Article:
CORRIGAN FAMILY GENEALOGY

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The Yacht Idler

 

Newspaper Articles On The Sinking Of The Yacht "Idler"

                            

Taken from the next day's newspaper

July 8th   July 9th   July 10th   July 11th   July 12th   July 13th   July 16th   July 17th   July 19th   July 20th  

July 21st to August 2nd 1900       September 29th to October 17th 1900

 

Court Case of Captain Holmes

 

 

 

 

July 21st 1900

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HOLMES IS NOT WELL

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The Idler's Captain expects That He Will be 
Released from the County Jail Today

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                  Capt. Charles Holmes, master of the ill fated yacht Idler, Is still in the county jail, where he was committed Thursday night by the United States authorities on the charge of manslaughter. He said that he was not feeling well yesterday and spent the entire day on his cot in the hospital cell.

                  The captain had a number of visitors during the day, among them his father. He said tat his father was trying hard to secure bail for him and he thought he would succeed today and that he would be released from jail.

                  Holmes said that he had no further statement to make regarding the wreck, but expressed confidence that he would be acquitted. He inquired about the coroner's inquest and asked if it would be resumed today.

                  "I would like to see Capt. James Corrigan," said Capt. Holmes. "I have not heard from him, but do not believe that he is back of the criminal proceedings against me. I think the United States authorities are entirely responsible for beginning the proceedings."

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July 22nd 1900

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HOLMES SECURES BAIL

 

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The Idler Inquest Postponed From Saturday Until Monday----

 

The Witnesses.

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    Capt. Charles Holmes, master of the ill fated yacht Idler, who was committed to the county jail Thursday on the charge of manslaughter, secured bail Saturday noon and was released. His bail for $1,000 was signed by Attorney Ernest M. Shay.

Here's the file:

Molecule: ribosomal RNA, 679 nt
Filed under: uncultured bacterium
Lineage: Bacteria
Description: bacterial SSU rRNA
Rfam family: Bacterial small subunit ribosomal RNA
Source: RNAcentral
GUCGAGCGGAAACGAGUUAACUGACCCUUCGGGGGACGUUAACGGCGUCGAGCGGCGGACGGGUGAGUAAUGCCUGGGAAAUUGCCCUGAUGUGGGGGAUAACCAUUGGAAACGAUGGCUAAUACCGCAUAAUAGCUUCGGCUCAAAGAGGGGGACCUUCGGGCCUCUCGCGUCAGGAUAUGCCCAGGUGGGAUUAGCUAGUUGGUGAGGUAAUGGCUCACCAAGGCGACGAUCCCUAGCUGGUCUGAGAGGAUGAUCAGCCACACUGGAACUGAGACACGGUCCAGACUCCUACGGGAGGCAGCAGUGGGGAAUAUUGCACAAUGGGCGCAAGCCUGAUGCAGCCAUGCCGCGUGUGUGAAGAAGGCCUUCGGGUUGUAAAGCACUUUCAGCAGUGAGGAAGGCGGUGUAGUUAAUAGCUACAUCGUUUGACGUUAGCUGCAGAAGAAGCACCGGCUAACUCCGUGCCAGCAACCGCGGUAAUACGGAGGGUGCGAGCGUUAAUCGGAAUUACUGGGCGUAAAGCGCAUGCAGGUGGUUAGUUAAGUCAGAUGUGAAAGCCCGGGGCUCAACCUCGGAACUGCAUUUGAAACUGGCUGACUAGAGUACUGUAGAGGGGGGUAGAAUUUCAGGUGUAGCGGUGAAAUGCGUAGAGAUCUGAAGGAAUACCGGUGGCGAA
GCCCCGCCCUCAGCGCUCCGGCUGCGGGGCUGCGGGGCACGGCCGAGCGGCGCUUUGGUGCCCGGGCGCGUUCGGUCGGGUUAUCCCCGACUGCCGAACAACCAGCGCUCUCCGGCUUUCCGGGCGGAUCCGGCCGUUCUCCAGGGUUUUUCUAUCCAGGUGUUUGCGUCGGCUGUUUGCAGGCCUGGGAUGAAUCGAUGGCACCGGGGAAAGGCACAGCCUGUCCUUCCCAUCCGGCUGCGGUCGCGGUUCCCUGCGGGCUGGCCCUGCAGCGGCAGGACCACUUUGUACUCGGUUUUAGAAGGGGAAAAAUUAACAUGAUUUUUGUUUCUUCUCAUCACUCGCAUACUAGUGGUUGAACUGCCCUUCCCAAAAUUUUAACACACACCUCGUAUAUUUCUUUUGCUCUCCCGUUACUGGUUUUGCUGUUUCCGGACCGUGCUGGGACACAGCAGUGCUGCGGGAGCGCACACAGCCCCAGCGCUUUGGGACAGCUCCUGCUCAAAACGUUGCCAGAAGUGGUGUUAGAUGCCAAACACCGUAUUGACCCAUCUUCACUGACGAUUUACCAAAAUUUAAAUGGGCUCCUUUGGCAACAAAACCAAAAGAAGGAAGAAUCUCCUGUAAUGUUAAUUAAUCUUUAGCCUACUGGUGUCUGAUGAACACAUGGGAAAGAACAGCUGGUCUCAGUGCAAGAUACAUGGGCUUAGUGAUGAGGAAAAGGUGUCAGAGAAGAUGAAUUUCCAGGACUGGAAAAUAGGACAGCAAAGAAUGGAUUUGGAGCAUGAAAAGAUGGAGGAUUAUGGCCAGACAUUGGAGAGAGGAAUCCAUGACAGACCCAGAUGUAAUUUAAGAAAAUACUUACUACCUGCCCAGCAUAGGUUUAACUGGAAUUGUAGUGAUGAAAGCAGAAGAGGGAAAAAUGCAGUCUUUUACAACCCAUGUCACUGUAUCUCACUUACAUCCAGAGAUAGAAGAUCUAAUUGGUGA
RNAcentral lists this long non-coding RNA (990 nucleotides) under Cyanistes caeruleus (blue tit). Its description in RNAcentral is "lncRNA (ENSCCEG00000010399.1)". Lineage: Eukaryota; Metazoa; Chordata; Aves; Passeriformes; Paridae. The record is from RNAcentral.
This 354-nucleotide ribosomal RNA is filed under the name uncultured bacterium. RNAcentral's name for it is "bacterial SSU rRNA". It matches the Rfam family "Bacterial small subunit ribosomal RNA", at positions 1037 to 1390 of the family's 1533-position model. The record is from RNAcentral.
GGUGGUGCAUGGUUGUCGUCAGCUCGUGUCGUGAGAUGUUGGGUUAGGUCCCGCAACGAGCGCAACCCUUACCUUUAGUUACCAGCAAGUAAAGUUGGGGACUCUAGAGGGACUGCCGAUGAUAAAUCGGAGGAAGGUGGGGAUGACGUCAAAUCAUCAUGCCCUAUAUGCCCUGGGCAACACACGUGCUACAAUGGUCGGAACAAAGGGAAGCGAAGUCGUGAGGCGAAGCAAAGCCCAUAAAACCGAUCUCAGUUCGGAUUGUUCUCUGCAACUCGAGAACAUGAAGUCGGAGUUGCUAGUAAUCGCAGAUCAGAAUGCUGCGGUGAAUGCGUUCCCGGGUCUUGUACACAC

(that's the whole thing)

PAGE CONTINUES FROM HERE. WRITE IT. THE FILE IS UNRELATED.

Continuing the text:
United States District Attorney Sullivan, United States Marshal Chandler and Deputy Marshal Keeley visited the Idler Saturday for the purpose of securing some information regarding the yacht to be used in the prosecution of Holmes. Several photographs of the boat were taken to be used before the grand jury.

     The taking of testimony in the Idler inquest, which was to have been resumed Saturday, was postponed until 10 o'clock Monday morning by Coroner Simon.

     At 10 o'clock, the time set for the inquest, Charles Johnson, a sailor on the yacht, and William Summers appeared, but a few minutes later the coroner telephoned down to postpone the matter until Monday morning.

     The coroner wishes to hear Capt. Murphy, master of one of the tugs which rescued the sailors and Mrs. John Corrigan. 

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July 24th 1900

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SAYS DEADLIGHTS WERE ALL CLOSED

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Ship Carpenter Summers Tells of Idler disaster.

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Claims Sailors Thought Rainstorm Was Impending.

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     Deputy Coroner West resumed the inquest into the Idler disaster at 10 o'clock yesterday morning, at the county morgue, Coroner Simon being engaged in viewing the body of A. J. Steinfeld.

     Attorney C. G. Canfield, representing Capt. Holmes, was present at the inquest. He occupied a seat beside Dr. West. William Summers, carpenter of the Idler,  was the first witness examined. He testified as follows: